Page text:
Failed management review controls - Failures in the top three areas (complex/non-routine transactions, tax and revenue) generally do not occur because a sale or confirmation wasn’t signed off on, etc.  Most often, the weakness is in a management review control (MRC). These typically fail when the review was not precise enough, or there is lack of evidence of a precise review.  For an MRC, it’s not sufficient to say that an item has been reviewed; you also need to document your review steps and have documented consideration of outliers. For example, a reviewer would need to show the follow-up questions they had for the preparer.

Imprecise controls - Another common issue for both complex/non-routine transactions and tax is having too many attributes built into one control. So if one attribute fails, the whole control fails.  To prevent this and mitigate your risk, you need to break out the elements of the review into separate, decoupled controls. For example, a vague control like “the CFO reviews and approves the tax provision” could be broken into eight to 10 precise controls, such as “as part of the review of the annual tax provision, the controller reviews the deferred tax assets.” 

Technical complexity - This is a major cause of weakness in the area of revenue, particularly for software firms, because revenue recognition is so complex. Companies may not understand the technical accounting for their ongoing revenue recognition, so they don’t have the correct processes in place. Or, they may have a one-off revenue transaction that they don’t account for properly. 

Inaccurate valuation – This is a primary cause of weakness for inventory.  For example, manufacturers typically have a liability set up for excess and obsolete inventory. If they aren’t analyzing demand accurately enough, their valuation will be off, and they will not have the right reserve calculated for that liability.

Systemic weakness - When you have a large number of control deficiencies in one or more business areas, it is seen as evidence of a systemic problem. This can cause a material weakness in the internal control environment.

Preventing material weakness
As the old saying goes, prevention is the best medicine. These are some best practices that can help you avoid the lingering pain of a material weakness.

  • Have earlier and more frequent communication between management, the SOX provider, and the internal and external audit teams during the initial risk assessment phase.
  • Complete your risk assessment earlier (ideally by the end of Q1) and share the information with the audit committee and external auditors, to get their buyoff on the findings. The Public Company Accounting Oversight Board (PCAOB) has highlighted this information sharing as a critical part of compliance efforts.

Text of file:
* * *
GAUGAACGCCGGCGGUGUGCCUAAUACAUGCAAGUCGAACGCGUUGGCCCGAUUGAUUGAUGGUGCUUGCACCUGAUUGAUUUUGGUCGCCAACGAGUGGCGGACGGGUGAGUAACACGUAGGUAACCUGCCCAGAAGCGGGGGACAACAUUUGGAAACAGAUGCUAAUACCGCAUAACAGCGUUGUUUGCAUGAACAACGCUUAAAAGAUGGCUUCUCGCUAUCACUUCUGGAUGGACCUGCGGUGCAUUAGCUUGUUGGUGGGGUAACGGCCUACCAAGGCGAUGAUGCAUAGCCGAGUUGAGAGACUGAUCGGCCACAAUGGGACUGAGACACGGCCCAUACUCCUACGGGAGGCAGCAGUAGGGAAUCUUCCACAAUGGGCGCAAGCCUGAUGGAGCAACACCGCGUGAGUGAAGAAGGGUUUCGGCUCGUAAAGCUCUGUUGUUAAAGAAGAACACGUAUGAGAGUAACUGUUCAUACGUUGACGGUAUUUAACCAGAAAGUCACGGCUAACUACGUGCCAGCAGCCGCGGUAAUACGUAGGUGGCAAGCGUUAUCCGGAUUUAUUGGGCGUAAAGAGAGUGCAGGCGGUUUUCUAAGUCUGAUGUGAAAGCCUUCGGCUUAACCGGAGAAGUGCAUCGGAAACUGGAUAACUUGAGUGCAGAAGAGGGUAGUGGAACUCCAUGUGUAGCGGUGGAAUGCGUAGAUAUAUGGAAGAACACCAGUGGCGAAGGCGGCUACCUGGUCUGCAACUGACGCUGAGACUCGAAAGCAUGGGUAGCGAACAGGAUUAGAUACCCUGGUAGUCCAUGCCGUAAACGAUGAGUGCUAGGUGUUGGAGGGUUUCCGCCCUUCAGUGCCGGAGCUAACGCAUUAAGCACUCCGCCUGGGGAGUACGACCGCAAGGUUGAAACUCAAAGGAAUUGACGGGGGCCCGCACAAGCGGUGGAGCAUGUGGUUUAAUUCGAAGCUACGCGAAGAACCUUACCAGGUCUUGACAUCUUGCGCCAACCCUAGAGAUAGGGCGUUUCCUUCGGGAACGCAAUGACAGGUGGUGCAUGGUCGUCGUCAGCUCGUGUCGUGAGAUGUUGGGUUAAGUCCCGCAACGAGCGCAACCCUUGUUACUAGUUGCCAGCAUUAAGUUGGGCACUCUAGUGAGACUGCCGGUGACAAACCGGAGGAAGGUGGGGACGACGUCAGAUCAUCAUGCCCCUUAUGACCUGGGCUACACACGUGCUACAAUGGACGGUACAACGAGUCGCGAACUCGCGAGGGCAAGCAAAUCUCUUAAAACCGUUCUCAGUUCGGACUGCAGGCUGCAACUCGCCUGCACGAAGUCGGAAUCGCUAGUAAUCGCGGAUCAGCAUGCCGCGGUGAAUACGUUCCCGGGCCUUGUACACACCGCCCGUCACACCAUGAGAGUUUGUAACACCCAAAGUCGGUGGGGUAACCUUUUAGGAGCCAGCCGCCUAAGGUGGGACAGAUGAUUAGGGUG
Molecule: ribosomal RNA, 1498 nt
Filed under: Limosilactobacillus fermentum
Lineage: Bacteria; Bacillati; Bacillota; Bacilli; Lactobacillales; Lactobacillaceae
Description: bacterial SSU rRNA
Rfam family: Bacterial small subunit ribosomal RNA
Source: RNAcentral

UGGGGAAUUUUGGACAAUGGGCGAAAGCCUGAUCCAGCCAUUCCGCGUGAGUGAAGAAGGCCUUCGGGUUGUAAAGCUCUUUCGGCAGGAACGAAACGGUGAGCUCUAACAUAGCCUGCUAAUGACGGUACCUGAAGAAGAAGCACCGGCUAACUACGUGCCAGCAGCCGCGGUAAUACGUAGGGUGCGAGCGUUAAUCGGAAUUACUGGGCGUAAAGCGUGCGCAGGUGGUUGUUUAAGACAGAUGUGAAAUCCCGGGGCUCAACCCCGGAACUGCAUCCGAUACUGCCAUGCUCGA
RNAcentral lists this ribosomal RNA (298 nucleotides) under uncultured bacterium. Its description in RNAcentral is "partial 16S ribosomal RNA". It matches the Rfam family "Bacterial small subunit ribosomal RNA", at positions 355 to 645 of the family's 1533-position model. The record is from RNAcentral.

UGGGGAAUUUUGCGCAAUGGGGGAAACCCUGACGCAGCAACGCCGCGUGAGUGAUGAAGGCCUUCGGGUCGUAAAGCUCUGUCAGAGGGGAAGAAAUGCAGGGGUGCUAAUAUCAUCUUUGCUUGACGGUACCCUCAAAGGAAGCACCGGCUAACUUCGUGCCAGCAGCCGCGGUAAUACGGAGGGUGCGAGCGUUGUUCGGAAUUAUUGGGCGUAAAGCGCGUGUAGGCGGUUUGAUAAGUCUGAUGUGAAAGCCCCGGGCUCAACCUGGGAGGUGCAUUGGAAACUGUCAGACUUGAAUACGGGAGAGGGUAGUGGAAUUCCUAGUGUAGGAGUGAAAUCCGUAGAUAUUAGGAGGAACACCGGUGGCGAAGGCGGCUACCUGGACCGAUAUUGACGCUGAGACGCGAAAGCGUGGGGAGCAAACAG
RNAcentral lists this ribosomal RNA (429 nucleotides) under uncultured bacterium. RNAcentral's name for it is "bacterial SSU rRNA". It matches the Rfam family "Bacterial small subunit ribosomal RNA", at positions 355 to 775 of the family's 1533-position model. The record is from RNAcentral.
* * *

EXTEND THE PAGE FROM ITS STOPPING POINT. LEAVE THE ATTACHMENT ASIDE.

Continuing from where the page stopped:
• Set up a regular biweekly or monthly status call between management, your SOX provider, and your internal and external audit teams, to make sure there are no fire drills. Everyone needs to be on the same page about what the issues are and what work is being done.
  • Put your process narratives into a flowchart form. Traditional word document narratives are hard to read and increase the risk of control gaps. Flowcharts make it easier to show where risks are in a given process and help you ensure that you have mitigating controls in place, because you can see the link between risks and controls. (The PCAOB typically starts their inspection process by translating narratives into flow charts.)
  • Utilize your auditor’s templates and methodologies. This synergy leads to smaller samples and reduced fees. 
  • Make your internal controls more precise. For example, “this account reconciliation is reviewed and approved by the CFO” is too vague.  A precise control would be:  “This account reconciliation is reviewed and approved by the CFO; as part of his review, he looks at all reconciling items over $1000, ensures clerical accuracy of all calculations, and ensures that the balance for the general ledger (GL) on the face of the reconciliation ties to the GL in the system.”
  • Utilize audit analytics/internal audit technology.  This enables you to get better results in less time. For example, audit analytics allow you to do 100% control testing instead of performing sample-based testing, which is prone to manual errors.     

The bottom line
A material weakness will increase your audit fees significantly for years after the disclosure, and the fees will typically remain higher even after remediation. The best practices outlined above will help you avoid this pain, by enabling you to better assess and mitigate your risks.